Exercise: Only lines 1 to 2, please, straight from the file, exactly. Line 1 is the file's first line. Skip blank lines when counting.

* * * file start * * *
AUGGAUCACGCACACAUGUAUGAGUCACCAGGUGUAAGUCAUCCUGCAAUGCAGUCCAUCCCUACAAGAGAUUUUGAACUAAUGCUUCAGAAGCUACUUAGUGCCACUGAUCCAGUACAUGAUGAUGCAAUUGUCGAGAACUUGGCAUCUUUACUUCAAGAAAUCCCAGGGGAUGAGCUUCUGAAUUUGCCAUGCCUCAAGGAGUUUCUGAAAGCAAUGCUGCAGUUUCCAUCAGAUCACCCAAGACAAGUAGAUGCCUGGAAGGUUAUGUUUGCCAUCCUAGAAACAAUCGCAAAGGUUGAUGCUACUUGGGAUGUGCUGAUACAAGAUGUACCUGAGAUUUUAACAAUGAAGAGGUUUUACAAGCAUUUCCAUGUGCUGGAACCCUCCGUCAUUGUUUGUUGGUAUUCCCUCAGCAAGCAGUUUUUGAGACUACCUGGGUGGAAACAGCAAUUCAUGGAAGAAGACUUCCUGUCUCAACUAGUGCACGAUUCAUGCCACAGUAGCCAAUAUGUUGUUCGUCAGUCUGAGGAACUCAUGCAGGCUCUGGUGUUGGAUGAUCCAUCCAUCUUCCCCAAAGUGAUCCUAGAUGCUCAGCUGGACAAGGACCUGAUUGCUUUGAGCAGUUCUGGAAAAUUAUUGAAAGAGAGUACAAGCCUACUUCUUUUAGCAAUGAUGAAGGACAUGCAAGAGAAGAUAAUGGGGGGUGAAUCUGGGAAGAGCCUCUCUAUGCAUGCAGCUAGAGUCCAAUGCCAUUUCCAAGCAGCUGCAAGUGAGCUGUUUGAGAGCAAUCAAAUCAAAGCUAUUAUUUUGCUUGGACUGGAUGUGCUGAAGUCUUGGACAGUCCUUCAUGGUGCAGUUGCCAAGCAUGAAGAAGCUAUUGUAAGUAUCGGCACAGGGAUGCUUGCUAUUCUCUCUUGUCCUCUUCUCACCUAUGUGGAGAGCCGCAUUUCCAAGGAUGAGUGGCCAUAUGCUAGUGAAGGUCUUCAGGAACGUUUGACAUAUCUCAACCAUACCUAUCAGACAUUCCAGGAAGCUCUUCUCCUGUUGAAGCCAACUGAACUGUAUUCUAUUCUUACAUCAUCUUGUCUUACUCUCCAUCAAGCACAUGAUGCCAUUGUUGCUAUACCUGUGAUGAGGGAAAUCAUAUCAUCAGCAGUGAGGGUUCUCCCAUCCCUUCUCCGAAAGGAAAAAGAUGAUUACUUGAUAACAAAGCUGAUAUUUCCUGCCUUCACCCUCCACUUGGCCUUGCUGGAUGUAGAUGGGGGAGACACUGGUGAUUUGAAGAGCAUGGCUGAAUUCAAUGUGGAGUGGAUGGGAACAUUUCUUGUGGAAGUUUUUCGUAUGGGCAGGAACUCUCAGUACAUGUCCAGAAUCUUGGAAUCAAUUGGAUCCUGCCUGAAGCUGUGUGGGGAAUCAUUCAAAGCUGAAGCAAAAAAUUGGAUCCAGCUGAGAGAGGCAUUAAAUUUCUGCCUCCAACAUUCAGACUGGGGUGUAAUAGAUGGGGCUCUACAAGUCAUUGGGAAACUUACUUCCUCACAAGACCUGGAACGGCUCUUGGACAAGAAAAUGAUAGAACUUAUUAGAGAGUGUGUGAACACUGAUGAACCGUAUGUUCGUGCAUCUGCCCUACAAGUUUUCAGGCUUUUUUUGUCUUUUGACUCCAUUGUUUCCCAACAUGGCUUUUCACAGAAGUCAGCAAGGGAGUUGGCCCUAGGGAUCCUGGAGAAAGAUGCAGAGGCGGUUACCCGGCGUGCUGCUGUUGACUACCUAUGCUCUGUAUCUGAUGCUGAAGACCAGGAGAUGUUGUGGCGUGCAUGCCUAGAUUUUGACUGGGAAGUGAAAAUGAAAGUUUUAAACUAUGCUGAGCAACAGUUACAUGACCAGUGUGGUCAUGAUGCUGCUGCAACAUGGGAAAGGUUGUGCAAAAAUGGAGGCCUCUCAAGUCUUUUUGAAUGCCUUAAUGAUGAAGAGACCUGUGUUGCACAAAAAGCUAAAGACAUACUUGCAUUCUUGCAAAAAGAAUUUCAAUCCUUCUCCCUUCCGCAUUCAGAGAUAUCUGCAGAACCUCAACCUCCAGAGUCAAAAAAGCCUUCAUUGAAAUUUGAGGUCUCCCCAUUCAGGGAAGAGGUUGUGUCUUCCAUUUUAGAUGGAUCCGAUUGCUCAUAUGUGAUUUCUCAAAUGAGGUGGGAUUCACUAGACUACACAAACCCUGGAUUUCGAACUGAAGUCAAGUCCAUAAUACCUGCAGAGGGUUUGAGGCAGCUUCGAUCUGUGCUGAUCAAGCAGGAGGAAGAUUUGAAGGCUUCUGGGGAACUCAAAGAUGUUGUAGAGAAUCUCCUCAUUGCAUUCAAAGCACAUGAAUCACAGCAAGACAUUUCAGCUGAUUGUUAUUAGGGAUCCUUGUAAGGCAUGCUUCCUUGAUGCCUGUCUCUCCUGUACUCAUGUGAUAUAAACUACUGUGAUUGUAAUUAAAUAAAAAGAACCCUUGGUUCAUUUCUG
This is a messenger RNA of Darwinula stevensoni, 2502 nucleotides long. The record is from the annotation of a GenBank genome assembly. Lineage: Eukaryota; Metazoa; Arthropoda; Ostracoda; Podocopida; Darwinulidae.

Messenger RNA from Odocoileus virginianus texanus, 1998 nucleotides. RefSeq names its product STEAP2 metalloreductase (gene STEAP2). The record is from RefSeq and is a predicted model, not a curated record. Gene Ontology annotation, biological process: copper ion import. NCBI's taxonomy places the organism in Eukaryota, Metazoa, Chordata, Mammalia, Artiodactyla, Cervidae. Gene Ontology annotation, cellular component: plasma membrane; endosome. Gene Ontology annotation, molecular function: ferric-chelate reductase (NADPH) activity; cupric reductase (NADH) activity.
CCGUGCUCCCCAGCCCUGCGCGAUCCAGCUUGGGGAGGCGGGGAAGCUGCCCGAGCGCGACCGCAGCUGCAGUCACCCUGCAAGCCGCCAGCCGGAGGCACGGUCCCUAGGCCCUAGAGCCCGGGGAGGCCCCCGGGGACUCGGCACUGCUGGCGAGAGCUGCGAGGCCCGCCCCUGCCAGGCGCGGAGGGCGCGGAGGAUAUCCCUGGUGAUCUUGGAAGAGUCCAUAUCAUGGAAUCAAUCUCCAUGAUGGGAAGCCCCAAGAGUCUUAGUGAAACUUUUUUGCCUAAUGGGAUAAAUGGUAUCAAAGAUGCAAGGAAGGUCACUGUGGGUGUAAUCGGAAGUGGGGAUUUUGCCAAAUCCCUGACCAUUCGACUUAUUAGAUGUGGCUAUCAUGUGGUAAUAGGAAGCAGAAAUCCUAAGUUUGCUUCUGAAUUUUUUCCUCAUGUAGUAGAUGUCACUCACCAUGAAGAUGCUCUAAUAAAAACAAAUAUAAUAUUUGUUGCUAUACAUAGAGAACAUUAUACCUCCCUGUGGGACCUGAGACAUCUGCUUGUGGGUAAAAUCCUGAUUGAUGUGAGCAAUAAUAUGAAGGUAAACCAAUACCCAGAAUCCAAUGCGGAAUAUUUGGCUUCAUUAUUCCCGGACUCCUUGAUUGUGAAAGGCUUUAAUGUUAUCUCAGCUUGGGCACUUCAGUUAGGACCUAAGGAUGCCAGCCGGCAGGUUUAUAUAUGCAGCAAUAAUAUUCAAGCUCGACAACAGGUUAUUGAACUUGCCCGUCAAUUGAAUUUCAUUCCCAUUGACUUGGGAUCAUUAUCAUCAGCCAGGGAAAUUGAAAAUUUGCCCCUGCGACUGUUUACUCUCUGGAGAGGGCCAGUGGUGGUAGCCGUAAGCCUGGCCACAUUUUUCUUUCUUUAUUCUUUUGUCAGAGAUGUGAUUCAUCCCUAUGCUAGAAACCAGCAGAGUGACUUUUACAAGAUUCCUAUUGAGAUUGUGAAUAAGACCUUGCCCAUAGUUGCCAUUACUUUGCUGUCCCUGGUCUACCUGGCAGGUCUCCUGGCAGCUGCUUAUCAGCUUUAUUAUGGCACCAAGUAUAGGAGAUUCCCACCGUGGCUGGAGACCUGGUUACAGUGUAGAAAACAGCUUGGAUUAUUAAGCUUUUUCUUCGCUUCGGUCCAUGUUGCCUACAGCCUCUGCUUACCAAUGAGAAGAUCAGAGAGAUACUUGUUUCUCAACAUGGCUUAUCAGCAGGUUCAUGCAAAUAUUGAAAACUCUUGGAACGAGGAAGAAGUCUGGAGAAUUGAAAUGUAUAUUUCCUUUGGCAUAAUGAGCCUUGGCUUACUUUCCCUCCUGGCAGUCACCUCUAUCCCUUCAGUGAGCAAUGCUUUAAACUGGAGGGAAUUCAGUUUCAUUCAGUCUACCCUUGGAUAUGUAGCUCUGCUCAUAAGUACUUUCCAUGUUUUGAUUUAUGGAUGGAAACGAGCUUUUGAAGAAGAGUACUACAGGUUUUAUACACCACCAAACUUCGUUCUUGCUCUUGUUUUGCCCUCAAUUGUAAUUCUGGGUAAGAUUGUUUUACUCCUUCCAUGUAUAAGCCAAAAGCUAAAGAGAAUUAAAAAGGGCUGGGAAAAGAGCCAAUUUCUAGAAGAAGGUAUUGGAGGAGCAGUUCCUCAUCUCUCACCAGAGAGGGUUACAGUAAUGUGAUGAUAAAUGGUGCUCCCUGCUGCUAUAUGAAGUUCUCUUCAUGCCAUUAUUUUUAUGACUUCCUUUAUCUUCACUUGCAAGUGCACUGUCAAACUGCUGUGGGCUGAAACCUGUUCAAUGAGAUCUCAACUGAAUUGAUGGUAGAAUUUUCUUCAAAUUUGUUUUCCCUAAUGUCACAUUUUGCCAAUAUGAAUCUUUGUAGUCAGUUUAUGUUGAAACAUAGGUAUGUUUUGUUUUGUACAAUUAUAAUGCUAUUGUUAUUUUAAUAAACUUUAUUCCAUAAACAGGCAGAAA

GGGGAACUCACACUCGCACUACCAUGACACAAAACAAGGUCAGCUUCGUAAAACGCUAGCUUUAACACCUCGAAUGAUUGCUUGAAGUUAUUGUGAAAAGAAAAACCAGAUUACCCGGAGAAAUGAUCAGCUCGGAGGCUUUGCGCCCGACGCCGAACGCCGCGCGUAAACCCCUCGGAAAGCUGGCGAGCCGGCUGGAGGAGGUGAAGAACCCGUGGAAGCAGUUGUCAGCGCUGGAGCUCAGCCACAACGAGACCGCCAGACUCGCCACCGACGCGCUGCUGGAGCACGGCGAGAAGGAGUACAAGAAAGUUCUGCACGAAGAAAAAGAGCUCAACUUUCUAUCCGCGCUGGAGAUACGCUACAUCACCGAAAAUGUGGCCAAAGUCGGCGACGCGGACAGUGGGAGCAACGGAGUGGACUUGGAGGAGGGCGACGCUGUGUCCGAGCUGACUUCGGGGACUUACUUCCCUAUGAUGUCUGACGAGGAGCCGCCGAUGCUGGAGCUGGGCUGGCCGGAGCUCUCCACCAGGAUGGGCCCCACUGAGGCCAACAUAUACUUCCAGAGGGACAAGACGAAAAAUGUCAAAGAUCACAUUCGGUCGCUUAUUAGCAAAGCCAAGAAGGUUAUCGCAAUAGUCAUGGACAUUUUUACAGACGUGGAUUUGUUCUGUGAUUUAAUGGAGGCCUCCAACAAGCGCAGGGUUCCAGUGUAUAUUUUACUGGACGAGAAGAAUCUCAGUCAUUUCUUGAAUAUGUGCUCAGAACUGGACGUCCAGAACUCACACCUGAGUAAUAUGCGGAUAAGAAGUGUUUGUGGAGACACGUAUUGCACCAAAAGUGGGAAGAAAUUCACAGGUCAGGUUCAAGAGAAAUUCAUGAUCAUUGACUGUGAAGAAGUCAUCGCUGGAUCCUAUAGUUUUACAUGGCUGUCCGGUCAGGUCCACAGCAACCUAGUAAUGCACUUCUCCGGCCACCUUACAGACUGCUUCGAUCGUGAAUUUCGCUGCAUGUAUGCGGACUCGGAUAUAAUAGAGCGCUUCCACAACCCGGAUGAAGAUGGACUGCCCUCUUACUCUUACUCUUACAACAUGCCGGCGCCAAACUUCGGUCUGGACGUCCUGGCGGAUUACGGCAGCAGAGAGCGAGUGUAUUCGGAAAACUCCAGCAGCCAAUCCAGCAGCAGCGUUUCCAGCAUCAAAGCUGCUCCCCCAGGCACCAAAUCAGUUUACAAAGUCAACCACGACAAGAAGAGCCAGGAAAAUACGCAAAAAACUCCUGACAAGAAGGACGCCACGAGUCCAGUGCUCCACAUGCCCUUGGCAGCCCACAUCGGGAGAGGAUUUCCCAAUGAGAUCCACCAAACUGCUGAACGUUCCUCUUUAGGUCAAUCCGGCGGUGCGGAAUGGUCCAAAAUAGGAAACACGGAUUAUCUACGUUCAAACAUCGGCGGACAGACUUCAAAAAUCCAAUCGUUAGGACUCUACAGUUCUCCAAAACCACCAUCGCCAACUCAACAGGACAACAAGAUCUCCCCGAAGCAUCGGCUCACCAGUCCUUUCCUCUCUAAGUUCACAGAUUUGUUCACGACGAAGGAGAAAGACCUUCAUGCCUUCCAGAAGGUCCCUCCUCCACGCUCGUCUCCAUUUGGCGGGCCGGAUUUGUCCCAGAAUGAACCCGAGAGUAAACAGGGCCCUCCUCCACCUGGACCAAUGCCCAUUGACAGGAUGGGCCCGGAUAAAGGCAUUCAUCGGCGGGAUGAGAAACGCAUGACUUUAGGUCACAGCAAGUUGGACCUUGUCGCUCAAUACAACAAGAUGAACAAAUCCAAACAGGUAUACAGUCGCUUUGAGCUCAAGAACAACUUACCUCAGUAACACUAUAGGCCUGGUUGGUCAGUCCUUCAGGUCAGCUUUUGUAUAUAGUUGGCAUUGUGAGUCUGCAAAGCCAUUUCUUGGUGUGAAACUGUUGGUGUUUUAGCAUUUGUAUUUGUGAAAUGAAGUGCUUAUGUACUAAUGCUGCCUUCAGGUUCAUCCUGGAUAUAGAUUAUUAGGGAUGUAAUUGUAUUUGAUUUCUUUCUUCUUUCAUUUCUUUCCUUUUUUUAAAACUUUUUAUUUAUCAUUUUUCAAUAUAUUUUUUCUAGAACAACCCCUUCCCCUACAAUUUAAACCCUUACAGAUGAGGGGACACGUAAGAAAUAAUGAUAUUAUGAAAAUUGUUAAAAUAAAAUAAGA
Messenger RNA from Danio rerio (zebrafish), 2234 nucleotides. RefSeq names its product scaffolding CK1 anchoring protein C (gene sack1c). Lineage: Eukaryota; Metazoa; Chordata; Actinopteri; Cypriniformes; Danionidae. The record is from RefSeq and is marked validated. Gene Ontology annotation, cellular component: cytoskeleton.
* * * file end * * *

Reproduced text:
AUGGAUCACGCACACAUGUAUGAGUCACCAGGUGUAAGUCAUCCUGCAAUGCAGUCCAUCCCUACAAGAGAUUUUGAACUAAUGCUUCAGAAGCUACUUAGUGCCACUGAUCCAGUACAUGAUGAUGCAAUUGUCGAGAACUUGGCAUCUUUACUUCAAGAAAUCCCAGGGGAUGAGCUUCUGAAUUUGCCAUGCCUCAAGGAGUUUCUGAAAGCAAUGCUGCAGUUUCCAUCAGAUCACCCAAGACAAGUAGAUGCCUGGAAGGUUAUGUUUGCCAUCCUAGAAACAAUCGCAAAGGUUGAUGCUACUUGGGAUGUGCUGAUACAAGAUGUACCUGAGAUUUUAACAAUGAAGAGGUUUUACAAGCAUUUCCAUGUGCUGGAACCCUCCGUCAUUGUUUGUUGGUAUUCCCUCAGCAAGCAGUUUUUGAGACUACCUGGGUGGAAACAGCAAUUCAUGGAAGAAGACUUCCUGUCUCAACUAGUGCACGAUUCAUGCCACAGUAGCCAAUAUGUUGUUCGUCAGUCUGAGGAACUCAUGCAGGCUCUGGUGUUGGAUGAUCCAUCCAUCUUCCCCAAAGUGAUCCUAGAUGCUCAGCUGGACAAGGACCUGAUUGCUUUGAGCAGUUCUGGAAAAUUAUUGAAAGAGAGUACAAGCCUACUUCUUUUAGCAAUGAUGAAGGACAUGCAAGAGAAGAUAAUGGGGGGUGAAUCUGGGAAGAGCCUCUCUAUGCAUGCAGCUAGAGUCCAAUGCCAUUUCCAAGCAGCUGCAAGUGAGCUGUUUGAGAGCAAUCAAAUCAAAGCUAUUAUUUUGCUUGGACUGGAUGUGCUGAAGUCUUGGACAGUCCUUCAUGGUGCAGUUGCCAAGCAUGAAGAAGCUAUUGUAAGUAUCGGCACAGGGAUGCUUGCUAUUCUCUCUUGUCCUCUUCUCACCUAUGUGGAGAGCCGCAUUUCCAAGGAUGAGUGGCCAUAUGCUAGUGAAGGUCUUCAGGAACGUUUGACAUAUCUCAACCAUACCUAUCAGACAUUCCAGGAAGCUCUUCUCCUGUUGAAGCCAACUGAACUGUAUUCUAUUCUUACAUCAUCUUGUCUUACUCUCCAUCAAGCACAUGAUGCCAUUGUUGCUAUACCUGUGAUGAGGGAAAUCAUAUCAUCAGCAGUGAGGGUUCUCCCAUCCCUUCUCCGAAAGGAAAAAGAUGAUUACUUGAUAACAAAGCUGAUAUUUCCUGCCUUCACCCUCCACUUGGCCUUGCUGGAUGUAGAUGGGGGAGACACUGGUGAUUUGAAGAGCAUGGCUGAAUUCAAUGUGGAGUGGAUGGGAACAUUUCUUGUGGAAGUUUUUCGUAUGGGCAGGAACUCUCAGUACAUGUCCAGAAUCUUGGAAUCAAUUGGAUCCUGCCUGAAGCUGUGUGGGGAAUCAUUCAAAGCUGAAGCAAAAAAUUGGAUCCAGCUGAGAGAGGCAUUAAAUUUCUGCCUCCAACAUUCAGACUGGGGUGUAAUAGAUGGGGCUCUACAAGUCAUUGGGAAACUUACUUCCUCACAAGACCUGGAACGGCUCUUGGACAAGAAAAUGAUAGAACUUAUUAGAGAGUGUGUGAACACUGAUGAACCGUAUGUUCGUGCAUCUGCCCUACAAGUUUUCAGGCUUUUUUUGUCUUUUGACUCCAUUGUUUCCCAACAUGGCUUUUCACAGAAGUCAGCAAGGGAGUUGGCCCUAGGGAUCCUGGAGAAAGAUGCAGAGGCGGUUACCCGGCGUGCUGCUGUUGACUACCUAUGCUCUGUAUCUGAUGCUGAAGACCAGGAGAUGUUGUGGCGUGCAUGCCUAGAUUUUGACUGGGAAGUGAAAAUGAAAGUUUUAAACUAUGCUGAGCAACAGUUACAUGACCAGUGUGGUCAUGAUGCUGCUGCAACAUGGGAAAGGUUGUGCAAAAAUGGAGGCCUCUCAAGUCUUUUUGAAUGCCUUAAUGAUGAAGAGACCUGUGUUGCACAAAAAGCUAAAGACAUACUUGCAUUCUUGCAAAAAGAAUUUCAAUCCUUCUCCCUUCCGCAUUCAGAGAUAUCUGCAGAACCUCAACCUCCAGAGUCAAAAAAGCCUUCAUUGAAAUUUGAGGUCUCCCCAUUCAGGGAAGAGGUUGUGUCUUCCAUUUUAGAUGGAUCCGAUUGCUCAUAUGUGAUUUCUCAAAUGAGGUGGGAUUCACUAGACUACACAAACCCUGGAUUUCGAACUGAAGUCAAGUCCAUAAUACCUGCAGAGGGUUUGAGGCAGCUUCGAUCUGUGCUGAUCAAGCAGGAGGAAGAUUUGAAGGCUUCUGGGGAACUCAAAGAUGUUGUAGAGAAUCUCCUCAUUGCAUUCAAAGCACAUGAAUCACAGCAAGACAUUUCAGCUGAUUGUUAUUAGGGAUCCUUGUAAGGCAUGCUUCCUUGAUGCCUGUCUCUCCUGUACUCAUGUGAUAUAAACUACUGUGAUUGUAAUUAAAUAAAAAGAACCCUUGGUUCAUUUCUG
This is a messenger RNA of Darwinula stevensoni, 2502 nucleotides long. The record is from the annotation of a GenBank genome assembly. Lineage: Eukaryota; Metazoa; Arthropoda; Ostracoda; Podocopida; Darwinulidae.